A new pet for Cindy and her husband.
I have been distracted lately because we have been making the rounds of rescue organizations looking for a dog.
We were getting overwhelmed with choices, when I decided to look at cats for a change. I am both a dog and cat person, my husband is also, but he is predominantly, Dr. Cats Knoke, “The Feral Cat Herder.” Some of you may remember this post about Jim’s core “catness.”
Dr. Cats Knoke: The Feral Cat Herder~
Anyhoo, The Holler’s local veterinarian referred us to a non-profit organization run by a network of volunteer feral kitten foster parents called, “Love Your Feral Felines (LYFF).” LYFF rescues feral cats with kittens, and separates the kittens at 6 weeks to be raised by foster families so they don’t become feral like their mammas. Feral Mama’s are spayed and returned to where they were, or adopted out as barn cats in their barn cat program.
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The kind of people now running the government. They want to make things harder for the poor. We need to vote in November or this will continue.
Paul Krugman is an economist who has taught Economics at MIT, Yale, and the London School of Economics. In 2008, he won a Nobel Memorial Prize in Economic Sciences. This man obviously knows of what he speaks. He is also a columnist for the New York Times. His column today, titled Let Them Eat Trump Steaks, is about the current administration’s efforts to rob low income people of any and all benefits. His words grabbed me and I felt it was something worth sharing.
In general, Donald Trump is notoriously uninterested in policy details. It has long been obvious, for example, that he never bothered to find out what his one major legislative victory, the 2017 tax cut, actually did. Similarly, it’s pretty clear that he had no idea what was actually in the Iran agreement he just repudiated.
In each case, it was about ego rather than…
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Another great post from Jill Dennison about “Good people doing good things.”
Yesterday, I was literally in a fit of rage, even my fingertips were spitting and sputtering, as the man-who-would-be-king did his best to send me to my ash bottle in a fit of apoplexy. And then … I remembered that today is Wednesday and that I needed to start work on my weekly ‘good people’ post. At first, I thought “No way!!!” … but then I remembered the words of several of my friends and fellow bloggers who, just last week, told me that this feature may be among the most important things I do – reminding us all that there are, indeed, good people out there who care about others. And so, I picked myself up, dusted my knees, took a deep breath, and went in search of. And today, I find my inspiration to be better, to do better, comes from young people, as it so often does…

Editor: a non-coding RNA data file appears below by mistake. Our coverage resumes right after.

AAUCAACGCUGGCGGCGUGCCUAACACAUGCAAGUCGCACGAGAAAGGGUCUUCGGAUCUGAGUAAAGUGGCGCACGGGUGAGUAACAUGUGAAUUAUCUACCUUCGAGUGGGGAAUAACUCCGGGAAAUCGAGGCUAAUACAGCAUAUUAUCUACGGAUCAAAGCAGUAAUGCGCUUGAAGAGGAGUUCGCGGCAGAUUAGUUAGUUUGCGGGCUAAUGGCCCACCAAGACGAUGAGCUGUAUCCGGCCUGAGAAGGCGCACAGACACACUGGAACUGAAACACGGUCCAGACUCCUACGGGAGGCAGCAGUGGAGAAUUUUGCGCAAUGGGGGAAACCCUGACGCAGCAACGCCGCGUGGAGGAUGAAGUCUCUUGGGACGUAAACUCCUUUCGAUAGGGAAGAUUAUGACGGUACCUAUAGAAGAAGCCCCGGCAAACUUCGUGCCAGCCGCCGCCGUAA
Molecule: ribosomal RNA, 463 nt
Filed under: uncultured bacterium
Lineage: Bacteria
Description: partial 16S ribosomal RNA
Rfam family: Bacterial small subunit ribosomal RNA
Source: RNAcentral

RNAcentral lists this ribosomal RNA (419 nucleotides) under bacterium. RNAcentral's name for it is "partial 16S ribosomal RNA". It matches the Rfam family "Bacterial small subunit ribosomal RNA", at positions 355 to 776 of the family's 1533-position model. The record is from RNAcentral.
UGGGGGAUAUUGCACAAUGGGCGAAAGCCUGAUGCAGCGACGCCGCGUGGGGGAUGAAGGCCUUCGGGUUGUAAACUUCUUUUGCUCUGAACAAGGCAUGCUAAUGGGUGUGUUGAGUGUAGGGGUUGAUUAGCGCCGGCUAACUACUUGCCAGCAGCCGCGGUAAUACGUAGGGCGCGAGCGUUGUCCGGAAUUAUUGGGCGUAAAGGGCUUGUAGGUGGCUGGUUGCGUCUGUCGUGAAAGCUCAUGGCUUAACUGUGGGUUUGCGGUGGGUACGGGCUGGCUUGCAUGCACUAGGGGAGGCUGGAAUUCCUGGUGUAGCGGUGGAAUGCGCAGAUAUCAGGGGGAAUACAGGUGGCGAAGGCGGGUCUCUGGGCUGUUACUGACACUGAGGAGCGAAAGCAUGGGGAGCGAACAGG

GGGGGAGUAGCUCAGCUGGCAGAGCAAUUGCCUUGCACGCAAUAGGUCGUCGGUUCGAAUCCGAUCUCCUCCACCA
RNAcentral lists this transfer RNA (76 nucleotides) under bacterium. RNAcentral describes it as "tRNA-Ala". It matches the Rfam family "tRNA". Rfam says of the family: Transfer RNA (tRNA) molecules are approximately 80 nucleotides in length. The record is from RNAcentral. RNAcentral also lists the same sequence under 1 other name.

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Another post with two stories for the price of one. There’s a continuance of the enthralling “Criminal Mimes” thriller. If you thirst for more of Russell’s hilarious humor, go to the top of the blog and click on BOOKS.
Have you ever noticed that when a bug hits your windshield they always splatter directly in the center of your field of vision? This “accuracy of aim” occurs far too often to be purely coincidental. I suspect they are graduates from Kamikaze Insect Institute who are intent on delivering their payload where it makes the most impact.
A close friend of mine would always make keen observations like, “It took guts to do that,” or, “I bet he doesn’t have the guts to do it twice.” Another favorite is, “What’s the last thing that passes through a bug’s mind when he hits your windshield?” I’m sure you can guess the answer. If not, bug me about it in the comment section.
If you’re new to Friday Flash Fiction, our hostess is the renowned author and artist, The Belle of Belton, Shelley Kohlen Wisoff-Fields. If you’d like to participate in…
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Part I of “Butterfly Suicide” by Kawanee Hamilton
There will be a series of short stories in this book. This is just the start of one of them. 🙂 I hope you like it. I have the cover art all planned out in my mind already 🙂
Driving a bus was a dull job, but it kept the bills paid and allowed Carl Kindly with his middle-age paunch and bum knee to support his family. He had no complaints, for the most part. No one wanted to ride the poorly air-conditioned bus so they escaped back into their phones as soon as they could if they’d even bothered to look up from them at all. Today, they were running late, Carl swung the big bus wide to take a corner and sped down the street. Up ahead was the busy section of town, he could see people getting up from the benches as he approached, but a flutter of movement drew his…
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A mystery story this time told by Tallis Steelyard and penned by Jim Webster.
It was perhaps ten years ago now. I can remember Ansi Cornwallah working on Stonecutter Wharf. He was a nice young fellow, originally from somewhere near Prae Ducis in Partann. He’d lived in Port Naain for about a decade. He’d fitted in well and felt at home here. Indeed he had married a local girl three or four years previously. At the time I first met him; his wife had just given birth to a daughter. I came across him because his workmates were virtually frogmarching him into one of the quayside bars to drink to his good fortune. It wasn’t they were expecting him to pay; they were willing to stand him a drink. Yet he was one of those men who are so dutiful, so hardworking, that he felt it was wrong to do this when they should be working.
Anyway he stuck in my mind after that…
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